The General Dental Council (GDC) is responsible for the registration of dentists, dental hygienists, dental therapists, dental technicians, clinical dental technicians, orthodontic therapists and dental nurses in the UK. If a complaint about a registrant is made to the GDC, it is statutorily obliged by the 1984 Dentists Act to investigate. 

Although I knew the processes involved in the GDC's investigation of complaints prior to working for the DDU, I knew little of the intricacies, or of the proposed changes to combat the problems encountered over recent years with rising complaints. We now look in more detail at the procedures, and the changes proposed by the much publicised Section 60 order.

The complaints process

When a complaint is received by the GDC it is first handled by a triaging system, the purpose of which is to remove matters which would not be appropriate for the GDC to investigate. Those matters assessed to be worthy of further investigation are then passed on to the GDC's casework team. If the complaint is about a clinical matter caseworkers usually seek the advice of a clinician in order to gain a better understanding of the complaint and decide if it warrants a referral for investigation by the Investigating Committee.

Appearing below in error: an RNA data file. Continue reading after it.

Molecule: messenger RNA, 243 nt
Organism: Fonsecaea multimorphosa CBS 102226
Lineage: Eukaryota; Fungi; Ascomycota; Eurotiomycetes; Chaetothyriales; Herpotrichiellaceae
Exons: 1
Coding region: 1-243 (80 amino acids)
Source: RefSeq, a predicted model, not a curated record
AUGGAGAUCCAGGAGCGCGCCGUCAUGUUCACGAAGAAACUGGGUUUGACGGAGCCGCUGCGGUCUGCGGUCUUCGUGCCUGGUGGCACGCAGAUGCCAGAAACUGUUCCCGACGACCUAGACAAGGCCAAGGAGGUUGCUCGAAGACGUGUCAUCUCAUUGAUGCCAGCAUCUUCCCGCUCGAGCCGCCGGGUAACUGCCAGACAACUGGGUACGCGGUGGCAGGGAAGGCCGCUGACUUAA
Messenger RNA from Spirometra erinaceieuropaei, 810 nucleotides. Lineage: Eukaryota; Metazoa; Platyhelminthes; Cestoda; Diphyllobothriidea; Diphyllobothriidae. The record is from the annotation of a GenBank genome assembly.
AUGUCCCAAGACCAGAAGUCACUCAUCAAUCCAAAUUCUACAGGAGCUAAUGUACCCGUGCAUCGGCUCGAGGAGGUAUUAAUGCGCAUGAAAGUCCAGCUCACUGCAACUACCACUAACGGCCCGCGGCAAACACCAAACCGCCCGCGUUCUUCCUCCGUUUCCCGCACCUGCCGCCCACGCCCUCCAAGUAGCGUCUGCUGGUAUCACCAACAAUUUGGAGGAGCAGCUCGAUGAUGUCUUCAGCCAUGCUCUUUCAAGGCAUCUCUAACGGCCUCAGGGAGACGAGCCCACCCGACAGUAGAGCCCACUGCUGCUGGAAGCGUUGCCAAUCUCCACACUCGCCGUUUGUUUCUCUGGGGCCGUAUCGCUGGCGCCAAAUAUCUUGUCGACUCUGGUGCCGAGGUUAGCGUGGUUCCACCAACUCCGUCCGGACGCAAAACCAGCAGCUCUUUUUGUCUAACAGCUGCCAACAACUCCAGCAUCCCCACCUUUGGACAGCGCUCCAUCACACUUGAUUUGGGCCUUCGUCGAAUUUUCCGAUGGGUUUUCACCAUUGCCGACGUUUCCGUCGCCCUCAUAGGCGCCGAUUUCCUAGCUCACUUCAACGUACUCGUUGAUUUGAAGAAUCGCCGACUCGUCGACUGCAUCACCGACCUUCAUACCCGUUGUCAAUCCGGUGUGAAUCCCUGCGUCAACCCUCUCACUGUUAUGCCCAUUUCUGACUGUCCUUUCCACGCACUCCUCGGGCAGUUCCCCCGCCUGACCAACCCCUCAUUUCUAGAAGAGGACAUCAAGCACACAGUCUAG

If the case is referred to the Investigating Committee, the registrant is invited to respond to the allegations raised by the caseworker. At this stage the DDU would normally instruct a solicitor to ensure legal advice is sought in the formulation of the response. The Committee (a panel of three, one registered dentist, one lay person and one DCP) then meets in private to consider the matter. 

Following their consideration the Investigating Committee may take one of the following actions:

  • take no action
  • adjourn the case in order for the Registrar to carry out any enquiries the Investigating Committee specifies
  • issue a letter of advice to the Registrant regarding their future conduct, performance and practice
  • issue advice to any other person involved in the investigation on any issue arising in the course of the investigation
  • issue a warning to the Registrant regarding their future conduct, performance and practice (warnings may be published or unpublished)
  • refer the case to a Practice Committee: Health, Conduct or Performance (where the Investigating Committee refers the allegation or allegations to a Practice Committee, they also, if appropriate, refer to the Interim Orders Committee).